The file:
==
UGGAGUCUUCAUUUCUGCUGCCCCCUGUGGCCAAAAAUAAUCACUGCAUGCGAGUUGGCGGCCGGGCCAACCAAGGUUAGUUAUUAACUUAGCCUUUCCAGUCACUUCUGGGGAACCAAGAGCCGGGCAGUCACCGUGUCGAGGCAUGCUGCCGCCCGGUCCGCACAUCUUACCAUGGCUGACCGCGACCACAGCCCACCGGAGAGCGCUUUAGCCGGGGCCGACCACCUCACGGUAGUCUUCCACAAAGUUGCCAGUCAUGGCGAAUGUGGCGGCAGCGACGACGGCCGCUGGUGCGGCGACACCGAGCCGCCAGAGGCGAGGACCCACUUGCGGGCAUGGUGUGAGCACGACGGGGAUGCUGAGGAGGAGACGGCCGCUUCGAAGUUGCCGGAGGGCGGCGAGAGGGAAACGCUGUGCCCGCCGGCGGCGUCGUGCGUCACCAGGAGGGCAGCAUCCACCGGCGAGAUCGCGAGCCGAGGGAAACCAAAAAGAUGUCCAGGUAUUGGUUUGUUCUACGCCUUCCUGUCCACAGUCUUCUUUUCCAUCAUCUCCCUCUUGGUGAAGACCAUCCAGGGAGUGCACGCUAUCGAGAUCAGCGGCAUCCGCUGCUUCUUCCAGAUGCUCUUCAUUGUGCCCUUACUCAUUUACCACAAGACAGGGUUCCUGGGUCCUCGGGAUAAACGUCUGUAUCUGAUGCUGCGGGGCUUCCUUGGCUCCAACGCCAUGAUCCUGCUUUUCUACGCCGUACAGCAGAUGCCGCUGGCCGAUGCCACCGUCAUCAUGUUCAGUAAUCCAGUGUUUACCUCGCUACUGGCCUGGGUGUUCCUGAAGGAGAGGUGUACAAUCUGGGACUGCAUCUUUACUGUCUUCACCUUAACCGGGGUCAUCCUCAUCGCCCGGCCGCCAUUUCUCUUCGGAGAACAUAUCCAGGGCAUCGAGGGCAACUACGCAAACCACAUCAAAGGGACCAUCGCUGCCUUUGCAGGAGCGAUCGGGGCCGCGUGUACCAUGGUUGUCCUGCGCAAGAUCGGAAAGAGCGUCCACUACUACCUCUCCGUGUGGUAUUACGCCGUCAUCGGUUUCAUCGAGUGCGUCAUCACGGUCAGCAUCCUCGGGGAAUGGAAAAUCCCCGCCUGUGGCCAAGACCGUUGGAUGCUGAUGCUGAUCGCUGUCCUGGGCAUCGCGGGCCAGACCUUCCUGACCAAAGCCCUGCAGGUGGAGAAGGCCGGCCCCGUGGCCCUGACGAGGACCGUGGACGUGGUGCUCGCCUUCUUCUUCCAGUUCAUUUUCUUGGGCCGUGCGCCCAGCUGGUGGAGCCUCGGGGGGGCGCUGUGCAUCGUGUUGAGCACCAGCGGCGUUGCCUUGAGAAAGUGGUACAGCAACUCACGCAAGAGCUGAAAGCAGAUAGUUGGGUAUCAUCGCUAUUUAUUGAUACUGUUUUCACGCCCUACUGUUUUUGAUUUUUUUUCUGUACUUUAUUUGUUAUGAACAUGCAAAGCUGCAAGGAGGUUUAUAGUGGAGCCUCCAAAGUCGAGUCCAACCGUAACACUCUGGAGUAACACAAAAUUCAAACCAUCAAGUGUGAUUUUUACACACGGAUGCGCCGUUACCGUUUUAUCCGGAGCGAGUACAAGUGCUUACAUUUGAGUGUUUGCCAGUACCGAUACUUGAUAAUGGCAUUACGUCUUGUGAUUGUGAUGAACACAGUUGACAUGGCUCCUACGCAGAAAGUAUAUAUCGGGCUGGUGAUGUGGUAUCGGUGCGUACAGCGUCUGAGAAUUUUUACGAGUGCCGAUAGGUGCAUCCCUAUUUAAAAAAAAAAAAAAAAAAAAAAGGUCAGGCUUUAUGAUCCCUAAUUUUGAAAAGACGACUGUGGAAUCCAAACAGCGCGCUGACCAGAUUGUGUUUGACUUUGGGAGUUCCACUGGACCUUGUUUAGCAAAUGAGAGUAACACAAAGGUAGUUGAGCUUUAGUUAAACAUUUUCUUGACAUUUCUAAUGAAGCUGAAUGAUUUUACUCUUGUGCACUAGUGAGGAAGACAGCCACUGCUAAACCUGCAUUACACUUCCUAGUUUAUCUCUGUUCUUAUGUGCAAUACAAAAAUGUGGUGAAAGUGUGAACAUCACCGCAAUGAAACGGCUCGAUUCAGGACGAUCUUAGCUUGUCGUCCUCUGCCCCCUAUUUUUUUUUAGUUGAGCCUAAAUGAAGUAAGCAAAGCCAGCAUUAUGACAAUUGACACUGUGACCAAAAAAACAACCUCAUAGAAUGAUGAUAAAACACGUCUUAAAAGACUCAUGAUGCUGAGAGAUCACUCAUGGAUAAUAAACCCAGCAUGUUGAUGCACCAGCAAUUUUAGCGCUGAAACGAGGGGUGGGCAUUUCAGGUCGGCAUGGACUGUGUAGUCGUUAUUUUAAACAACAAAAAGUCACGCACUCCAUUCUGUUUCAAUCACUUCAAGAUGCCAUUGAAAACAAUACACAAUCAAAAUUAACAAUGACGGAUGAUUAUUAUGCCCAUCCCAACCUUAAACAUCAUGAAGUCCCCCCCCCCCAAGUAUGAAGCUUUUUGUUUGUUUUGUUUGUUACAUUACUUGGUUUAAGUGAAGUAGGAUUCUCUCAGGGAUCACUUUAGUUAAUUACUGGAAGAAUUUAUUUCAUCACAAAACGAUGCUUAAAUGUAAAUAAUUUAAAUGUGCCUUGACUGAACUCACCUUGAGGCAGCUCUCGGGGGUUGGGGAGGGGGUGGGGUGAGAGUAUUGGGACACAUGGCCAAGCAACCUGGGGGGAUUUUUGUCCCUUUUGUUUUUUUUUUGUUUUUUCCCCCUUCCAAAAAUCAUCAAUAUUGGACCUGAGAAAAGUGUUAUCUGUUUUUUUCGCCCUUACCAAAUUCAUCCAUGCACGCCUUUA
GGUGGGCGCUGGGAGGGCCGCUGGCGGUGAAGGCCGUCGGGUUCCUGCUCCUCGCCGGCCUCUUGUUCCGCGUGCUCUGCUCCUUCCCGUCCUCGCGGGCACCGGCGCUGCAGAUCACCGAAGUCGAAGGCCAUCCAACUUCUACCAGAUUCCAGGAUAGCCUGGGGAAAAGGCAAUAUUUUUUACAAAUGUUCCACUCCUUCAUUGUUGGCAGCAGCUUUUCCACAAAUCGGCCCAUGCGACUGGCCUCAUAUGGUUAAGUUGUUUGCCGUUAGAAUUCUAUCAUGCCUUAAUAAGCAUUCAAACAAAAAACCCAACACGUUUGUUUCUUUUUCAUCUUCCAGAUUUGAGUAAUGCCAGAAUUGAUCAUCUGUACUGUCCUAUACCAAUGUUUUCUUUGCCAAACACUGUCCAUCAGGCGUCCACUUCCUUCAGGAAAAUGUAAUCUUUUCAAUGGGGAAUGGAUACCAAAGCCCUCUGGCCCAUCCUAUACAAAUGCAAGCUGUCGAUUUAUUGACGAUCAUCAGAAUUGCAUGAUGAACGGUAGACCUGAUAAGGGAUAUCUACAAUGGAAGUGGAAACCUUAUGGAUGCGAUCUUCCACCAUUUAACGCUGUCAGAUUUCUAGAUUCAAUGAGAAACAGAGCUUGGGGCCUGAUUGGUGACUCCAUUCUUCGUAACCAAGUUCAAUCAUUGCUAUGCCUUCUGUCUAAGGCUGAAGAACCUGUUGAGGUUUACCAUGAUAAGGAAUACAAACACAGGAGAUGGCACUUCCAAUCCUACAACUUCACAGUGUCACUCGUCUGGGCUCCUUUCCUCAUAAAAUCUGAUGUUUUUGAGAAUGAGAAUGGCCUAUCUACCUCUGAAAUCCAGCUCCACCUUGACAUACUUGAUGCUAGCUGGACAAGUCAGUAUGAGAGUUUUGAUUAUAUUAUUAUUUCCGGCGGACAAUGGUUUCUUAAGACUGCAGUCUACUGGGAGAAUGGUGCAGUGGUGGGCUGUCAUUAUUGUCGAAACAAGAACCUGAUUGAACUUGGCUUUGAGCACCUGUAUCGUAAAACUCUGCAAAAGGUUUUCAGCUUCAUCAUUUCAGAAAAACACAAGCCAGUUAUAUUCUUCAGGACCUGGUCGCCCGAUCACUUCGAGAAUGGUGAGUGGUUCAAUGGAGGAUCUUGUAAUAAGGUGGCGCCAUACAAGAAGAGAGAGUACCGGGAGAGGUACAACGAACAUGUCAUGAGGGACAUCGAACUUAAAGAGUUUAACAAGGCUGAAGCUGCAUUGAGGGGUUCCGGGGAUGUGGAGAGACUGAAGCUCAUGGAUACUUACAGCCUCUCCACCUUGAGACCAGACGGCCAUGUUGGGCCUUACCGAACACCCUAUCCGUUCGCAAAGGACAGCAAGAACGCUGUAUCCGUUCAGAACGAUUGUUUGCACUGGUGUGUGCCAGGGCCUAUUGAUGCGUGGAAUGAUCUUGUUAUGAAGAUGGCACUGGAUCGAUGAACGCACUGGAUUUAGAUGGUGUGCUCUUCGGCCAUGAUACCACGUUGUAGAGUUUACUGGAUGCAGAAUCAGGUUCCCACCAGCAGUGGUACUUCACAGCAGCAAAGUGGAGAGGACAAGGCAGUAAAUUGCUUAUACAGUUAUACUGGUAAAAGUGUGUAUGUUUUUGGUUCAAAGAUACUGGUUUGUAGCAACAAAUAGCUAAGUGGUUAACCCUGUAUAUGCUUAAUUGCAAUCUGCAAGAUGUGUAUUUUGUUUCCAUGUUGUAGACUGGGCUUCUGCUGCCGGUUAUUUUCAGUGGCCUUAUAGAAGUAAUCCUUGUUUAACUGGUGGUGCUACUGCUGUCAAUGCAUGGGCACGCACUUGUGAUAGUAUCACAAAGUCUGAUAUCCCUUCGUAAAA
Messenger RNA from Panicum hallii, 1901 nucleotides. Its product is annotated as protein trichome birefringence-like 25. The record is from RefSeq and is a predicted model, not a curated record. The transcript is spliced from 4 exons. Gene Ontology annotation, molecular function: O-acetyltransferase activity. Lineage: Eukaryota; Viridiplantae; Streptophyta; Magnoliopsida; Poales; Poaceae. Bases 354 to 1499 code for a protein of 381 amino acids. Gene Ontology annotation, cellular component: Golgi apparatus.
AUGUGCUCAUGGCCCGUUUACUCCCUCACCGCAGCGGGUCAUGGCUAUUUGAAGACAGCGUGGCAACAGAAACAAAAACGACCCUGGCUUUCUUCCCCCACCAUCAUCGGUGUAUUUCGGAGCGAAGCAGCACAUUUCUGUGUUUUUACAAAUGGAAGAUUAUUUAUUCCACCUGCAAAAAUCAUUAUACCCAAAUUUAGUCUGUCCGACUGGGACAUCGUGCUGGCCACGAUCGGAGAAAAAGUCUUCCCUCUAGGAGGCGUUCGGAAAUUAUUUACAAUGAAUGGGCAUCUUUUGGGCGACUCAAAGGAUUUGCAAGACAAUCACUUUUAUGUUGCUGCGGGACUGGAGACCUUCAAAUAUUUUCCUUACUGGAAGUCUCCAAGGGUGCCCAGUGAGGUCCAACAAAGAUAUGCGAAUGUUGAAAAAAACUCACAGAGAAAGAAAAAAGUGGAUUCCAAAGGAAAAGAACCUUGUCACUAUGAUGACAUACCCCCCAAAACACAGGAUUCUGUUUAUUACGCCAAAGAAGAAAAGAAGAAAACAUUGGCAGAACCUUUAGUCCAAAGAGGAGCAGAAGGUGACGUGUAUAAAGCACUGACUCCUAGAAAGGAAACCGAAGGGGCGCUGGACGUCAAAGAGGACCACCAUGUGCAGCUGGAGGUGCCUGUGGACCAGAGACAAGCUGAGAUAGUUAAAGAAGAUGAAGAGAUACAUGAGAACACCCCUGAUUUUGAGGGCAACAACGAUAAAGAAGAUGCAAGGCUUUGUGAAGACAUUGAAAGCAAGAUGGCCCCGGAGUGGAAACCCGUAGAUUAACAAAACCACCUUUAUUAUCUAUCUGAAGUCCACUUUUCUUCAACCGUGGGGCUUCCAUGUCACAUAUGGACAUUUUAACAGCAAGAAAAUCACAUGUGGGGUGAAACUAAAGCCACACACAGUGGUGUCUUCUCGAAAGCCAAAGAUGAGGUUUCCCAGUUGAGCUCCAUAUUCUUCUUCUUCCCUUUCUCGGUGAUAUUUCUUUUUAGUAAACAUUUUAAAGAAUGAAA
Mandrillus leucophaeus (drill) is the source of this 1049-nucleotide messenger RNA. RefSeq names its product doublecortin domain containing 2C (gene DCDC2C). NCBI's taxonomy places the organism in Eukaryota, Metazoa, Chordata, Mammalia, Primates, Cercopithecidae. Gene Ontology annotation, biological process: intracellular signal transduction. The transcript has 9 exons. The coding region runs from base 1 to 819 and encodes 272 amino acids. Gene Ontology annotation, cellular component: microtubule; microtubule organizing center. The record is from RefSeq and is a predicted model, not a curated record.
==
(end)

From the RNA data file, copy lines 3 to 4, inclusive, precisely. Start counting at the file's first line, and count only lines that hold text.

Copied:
Messenger RNA from Panicum hallii, 1901 nucleotides. Its product is annotated as protein trichome birefringence-like 25. The record is from RefSeq and is a predicted model, not a curated record. The transcript is spliced from 4 exons. Gene Ontology annotation, molecular function: O-acetyltransferase activity. Lineage: Eukaryota; Viridiplantae; Streptophyta; Magnoliopsida; Poales; Poaceae. Bases 354 to 1499 code for a protein of 381 amino acids. Gene Ontology annotation, cellular component: Golgi apparatus.
AUGUGCUCAUGGCCCGUUUACUCCCUCACCGCAGCGGGUCAUGGCUAUUUGAAGACAGCGUGGCAACAGAAACAAAAACGACCCUGGCUUUCUUCCCCCACCAUCAUCGGUGUAUUUCGGAGCGAAGCAGCACAUUUCUGUGUUUUUACAAAUGGAAGAUUAUUUAUUCCACCUGCAAAAAUCAUUAUACCCAAAUUUAGUCUGUCCGACUGGGACAUCGUGCUGGCCACGAUCGGAGAAAAAGUCUUCCCUCUAGGAGGCGUUCGGAAAUUAUUUACAAUGAAUGGGCAUCUUUUGGGCGACUCAAAGGAUUUGCAAGACAAUCACUUUUAUGUUGCUGCGGGACUGGAGACCUUCAAAUAUUUUCCUUACUGGAAGUCUCCAAGGGUGCCCAGUGAGGUCCAACAAAGAUAUGCGAAUGUUGAAAAAAACUCACAGAGAAAGAAAAAAGUGGAUUCCAAAGGAAAAGAACCUUGUCACUAUGAUGACAUACCCCCCAAAACACAGGAUUCUGUUUAUUACGCCAAAGAAGAAAAGAAGAAAACAUUGGCAGAACCUUUAGUCCAAAGAGGAGCAGAAGGUGACGUGUAUAAAGCACUGACUCCUAGAAAGGAAACCGAAGGGGCGCUGGACGUCAAAGAGGACCACCAUGUGCAGCUGGAGGUGCCUGUGGACCAGAGACAAGCUGAGAUAGUUAAAGAAGAUGAAGAGAUACAUGAGAACACCCCUGAUUUUGAGGGCAACAACGAUAAAGAAGAUGCAAGGCUUUGUGAAGACAUUGAAAGCAAGAUGGCCCCGGAGUGGAAACCCGUAGAUUAACAAAACCACCUUUAUUAUCUAUCUGAAGUCCACUUUUCUUCAACCGUGGGGCUUCCAUGUCACAUAUGGACAUUUUAACAGCAAGAAAAUCACAUGUGGGGUGAAACUAAAGCCACACACAGUGGUGUCUUCUCGAAAGCCAAAGAUGAGGUUUCCCAGUUGAGCUCCAUAUUCUUCUUCUUCCCUUUCUCGGUGAUAUUUCUUUUUAGUAAACAUUUUAAAGAAUGAAA